In Cold Storage: Sex and Murder on the Plains

In Cold Storage: Sex and Murder on the Plains

Author: James W. Hewitt
Publisher: Lincoln, NE: University of Nebraska Press, 2015. 160p.
Reviewer: Melanie Clark Mogavero | January 2016

In Cold Storage: Sex and Murder on the Plains by attorney, James W. Hewitt, is a chilling account of the murder and dismemberment of a McCook, Nebraska couple in late September 1973. Remains of the victims, 55-year-old Edwin Hoyt and his 56-year-old wife Wilma Hoyt, were found floating in an area lake. McCook resident, Harold Nokes, confessed to the crime and is currently serving a life sentence in Nebraska State Penitentiary. According to Harold Nokes’ formal confession to police, nearly every aspect of the case is implausible, including the murders, the dismemberment, the motive, and those involved. The author, James Hewitt, reexamined this 40-year-old case by reviewing official court documents, including Harold Nokes’ formal confession, media reports, and interviewing law enforcement officials, family members of the victims’, weapons experts, and forensic psychologists. The author intended to reveal what really happened to Edwin and Wilma Hoyt, and more importantly why they were murdered and disposed of in such a gruesome manner. The investigation into the murders unearthed a tale of sexual perversion and betrayal. Hewitt’s investigation of this decades-old murder case is of interest to a vast audience, including historians, those in the criminal justice or psychology fields, and the general public who enjoy reading true crime stories.      

The first part of the title, In Cold Storage, refers to where the body parts of the victims were stored after they were killed and dismembered. According to Harold Nokes’ confession, both he and his wife wrapped the body parts in freezer paper, sealed them with masking tape, and stored them inside a freezer in the basement of their home (because of Ena Nokes’ participation, she was arrested and convicted of wrongful disposal of dead bodies). The second part of the title, Sex and Murder, refers to a salacious three-way affair between Harold Nokes, his wife Ena, and Kay Hein, one of the daughters of the victims’. When the three-way affair ended, tensions and emotions between the triad grew, and according to the Hewitt, was the motive for the murder of Edwin and Wilma Hoyt. The last part of the title, on the Plains, the location of the murders, is significant because crime in general is a rare occurrence in rural McCook, Nebraska. The local medial sensationalized the gruesome murder and dismemberment that occurred in their small town. The law enforcement officials who worked the case, inexperienced in handling and investigating such crimes, did not question or fully investigate Harold Nokes’ account of what happened or who was involved. The implausible account in Harold Nokes’ confession to police left more questions than answers, and was the reason Hewitt launched his own investigation into what really happened to Edwin and Wilma Hoyt.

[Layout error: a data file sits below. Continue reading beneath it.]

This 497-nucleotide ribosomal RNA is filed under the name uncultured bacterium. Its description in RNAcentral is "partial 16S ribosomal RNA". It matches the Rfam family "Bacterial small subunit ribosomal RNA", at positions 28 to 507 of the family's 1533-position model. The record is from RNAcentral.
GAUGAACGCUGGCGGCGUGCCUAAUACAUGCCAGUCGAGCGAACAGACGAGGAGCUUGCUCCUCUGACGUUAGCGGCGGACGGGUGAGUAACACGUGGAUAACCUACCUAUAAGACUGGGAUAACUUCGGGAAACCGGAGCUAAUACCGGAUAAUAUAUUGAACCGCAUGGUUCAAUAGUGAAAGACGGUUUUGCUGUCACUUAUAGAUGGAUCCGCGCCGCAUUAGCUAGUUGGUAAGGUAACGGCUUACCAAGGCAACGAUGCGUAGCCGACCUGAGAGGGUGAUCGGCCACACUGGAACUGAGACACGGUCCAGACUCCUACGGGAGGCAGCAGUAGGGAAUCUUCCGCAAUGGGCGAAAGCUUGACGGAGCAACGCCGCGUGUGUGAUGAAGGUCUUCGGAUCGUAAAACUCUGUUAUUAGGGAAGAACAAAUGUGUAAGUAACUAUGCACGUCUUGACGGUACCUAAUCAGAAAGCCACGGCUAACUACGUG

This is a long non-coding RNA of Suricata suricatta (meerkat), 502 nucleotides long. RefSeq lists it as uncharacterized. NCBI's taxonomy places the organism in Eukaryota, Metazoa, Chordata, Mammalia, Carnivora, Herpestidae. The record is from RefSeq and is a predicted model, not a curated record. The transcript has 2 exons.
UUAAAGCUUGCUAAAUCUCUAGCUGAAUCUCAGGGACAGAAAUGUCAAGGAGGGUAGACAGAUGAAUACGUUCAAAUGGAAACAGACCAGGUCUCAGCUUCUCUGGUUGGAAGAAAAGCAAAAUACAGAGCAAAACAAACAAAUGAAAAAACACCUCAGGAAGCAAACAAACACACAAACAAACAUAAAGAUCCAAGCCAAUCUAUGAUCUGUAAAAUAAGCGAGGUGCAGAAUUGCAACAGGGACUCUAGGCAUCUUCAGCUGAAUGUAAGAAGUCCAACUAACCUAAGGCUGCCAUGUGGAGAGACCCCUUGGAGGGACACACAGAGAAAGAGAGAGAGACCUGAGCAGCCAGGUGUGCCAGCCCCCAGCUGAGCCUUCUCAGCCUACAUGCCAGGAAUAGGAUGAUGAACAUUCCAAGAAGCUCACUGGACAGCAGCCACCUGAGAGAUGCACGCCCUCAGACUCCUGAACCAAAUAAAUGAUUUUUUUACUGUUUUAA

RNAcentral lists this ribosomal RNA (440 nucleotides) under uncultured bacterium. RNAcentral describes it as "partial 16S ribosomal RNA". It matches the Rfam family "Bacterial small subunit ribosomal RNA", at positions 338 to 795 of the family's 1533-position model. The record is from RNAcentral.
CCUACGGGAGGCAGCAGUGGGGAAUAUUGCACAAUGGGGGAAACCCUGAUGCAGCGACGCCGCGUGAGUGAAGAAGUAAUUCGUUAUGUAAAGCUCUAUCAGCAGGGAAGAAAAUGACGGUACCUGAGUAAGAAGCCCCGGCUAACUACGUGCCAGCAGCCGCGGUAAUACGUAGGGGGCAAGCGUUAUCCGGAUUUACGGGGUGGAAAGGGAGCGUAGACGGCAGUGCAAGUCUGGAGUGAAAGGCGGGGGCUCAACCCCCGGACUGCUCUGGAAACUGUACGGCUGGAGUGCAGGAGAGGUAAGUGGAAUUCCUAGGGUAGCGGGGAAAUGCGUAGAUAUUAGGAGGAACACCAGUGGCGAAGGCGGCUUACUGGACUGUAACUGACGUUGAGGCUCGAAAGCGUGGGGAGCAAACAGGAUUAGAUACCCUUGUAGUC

Chapter 1 titled, The Place, provides the history and description ofMcCook, the small town in southwest Nebraska with a population of just over 8,000 (1970 U.S. Census). This chapter successfully allows the reader to get “a feel” for what life was like for residents in this small Nebraskan town in 1973. Chapter 2 titled, The People, describes lives of the victims and those who had a key role in the case, beginning with the assailants,Harold Nokes, and his wife Ena. This preliminary chapter contains significant details about Harold and Ena Nokes that explain why Hewitt believes that the murders did not occur as Harold claimed in his confession, self-defense. The information Hewitt provides about the lives of the victims, Edwin and Wilma Hoyt, describe a peaceful and well-liked couple that were unlikely targets of such a violent crime. Again, these details suggest the crime did not occur as Harold Nokes claimed (self-defense). The People also contains details of the life and unstable personality of Kay Hein, the victims’ youngest daughter and the third party in the love triangle with Harold and Ena Nokes. The author interviewed Kay’s older sister, who portrayed Kay as “extremely manipulative.” The details surrounding Kay’s life and her bizarre behavior the night of the murders suggest to Hewitt that she likely had prior knowledge or perhaps a greater role in her parents’ death than what the original investigation revealed.